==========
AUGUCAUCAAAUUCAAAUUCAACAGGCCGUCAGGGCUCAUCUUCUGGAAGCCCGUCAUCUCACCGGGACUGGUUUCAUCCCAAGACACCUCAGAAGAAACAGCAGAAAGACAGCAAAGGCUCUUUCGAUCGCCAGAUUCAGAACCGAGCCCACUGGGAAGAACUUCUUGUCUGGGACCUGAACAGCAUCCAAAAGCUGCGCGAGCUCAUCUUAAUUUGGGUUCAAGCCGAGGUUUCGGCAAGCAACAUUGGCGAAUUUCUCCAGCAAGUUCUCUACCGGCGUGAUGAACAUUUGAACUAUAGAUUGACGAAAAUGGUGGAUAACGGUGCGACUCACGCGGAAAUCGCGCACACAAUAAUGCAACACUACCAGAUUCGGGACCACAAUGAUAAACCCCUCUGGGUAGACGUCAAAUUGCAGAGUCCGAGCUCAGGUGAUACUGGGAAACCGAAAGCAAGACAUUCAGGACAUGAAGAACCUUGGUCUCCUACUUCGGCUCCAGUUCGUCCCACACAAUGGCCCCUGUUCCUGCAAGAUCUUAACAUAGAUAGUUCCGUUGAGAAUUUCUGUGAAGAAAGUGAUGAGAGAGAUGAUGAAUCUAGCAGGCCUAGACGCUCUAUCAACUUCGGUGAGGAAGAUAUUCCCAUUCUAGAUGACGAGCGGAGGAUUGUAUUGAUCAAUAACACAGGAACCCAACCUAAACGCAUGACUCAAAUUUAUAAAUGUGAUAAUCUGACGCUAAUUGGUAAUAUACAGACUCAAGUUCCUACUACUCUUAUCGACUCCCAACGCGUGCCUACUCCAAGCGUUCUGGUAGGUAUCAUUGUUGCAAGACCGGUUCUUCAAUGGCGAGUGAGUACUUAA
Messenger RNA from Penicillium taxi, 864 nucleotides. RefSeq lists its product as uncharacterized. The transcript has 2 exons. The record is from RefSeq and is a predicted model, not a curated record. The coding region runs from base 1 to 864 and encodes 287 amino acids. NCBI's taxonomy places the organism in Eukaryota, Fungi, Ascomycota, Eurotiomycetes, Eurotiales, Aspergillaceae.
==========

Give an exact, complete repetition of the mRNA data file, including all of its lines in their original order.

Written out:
AUGUCAUCAAAUUCAAAUUCAACAGGCCGUCAGGGCUCAUCUUCUGGAAGCCCGUCAUCUCACCGGGACUGGUUUCAUCCCAAGACACCUCAGAAGAAACAGCAGAAAGACAGCAAAGGCUCUUUCGAUCGCCAGAUUCAGAACCGAGCCCACUGGGAAGAACUUCUUGUCUGGGACCUGAACAGCAUCCAAAAGCUGCGCGAGCUCAUCUUAAUUUGGGUUCAAGCCGAGGUUUCGGCAAGCAACAUUGGCGAAUUUCUCCAGCAAGUUCUCUACCGGCGUGAUGAACAUUUGAACUAUAGAUUGACGAAAAUGGUGGAUAACGGUGCGACUCACGCGGAAAUCGCGCACACAAUAAUGCAACACUACCAGAUUCGGGACCACAAUGAUAAACCCCUCUGGGUAGACGUCAAAUUGCAGAGUCCGAGCUCAGGUGAUACUGGGAAACCGAAAGCAAGACAUUCAGGACAUGAAGAACCUUGGUCUCCUACUUCGGCUCCAGUUCGUCCCACACAAUGGCCCCUGUUCCUGCAAGAUCUUAACAUAGAUAGUUCCGUUGAGAAUUUCUGUGAAGAAAGUGAUGAGAGAGAUGAUGAAUCUAGCAGGCCUAGACGCUCUAUCAACUUCGGUGAGGAAGAUAUUCCCAUUCUAGAUGACGAGCGGAGGAUUGUAUUGAUCAAUAACACAGGAACCCAACCUAAACGCAUGACUCAAAUUUAUAAAUGUGAUAAUCUGACGCUAAUUGGUAAUAUACAGACUCAAGUUCCUACUACUCUUAUCGACUCCCAACGCGUGCCUACUCCAAGCGUUCUGGUAGGUAUCAUUGUUGCAAGACCGGUUCUUCAAUGGCGAGUGAGUACUUAA
Messenger RNA from Penicillium taxi, 864 nucleotides. RefSeq lists its product as uncharacterized. The transcript has 2 exons. The record is from RefSeq and is a predicted model, not a curated record. The coding region runs from base 1 to 864 and encodes 287 amino acids. NCBI's taxonomy places the organism in Eukaryota, Fungi, Ascomycota, Eurotiomycetes, Eurotiales, Aspergillaceae.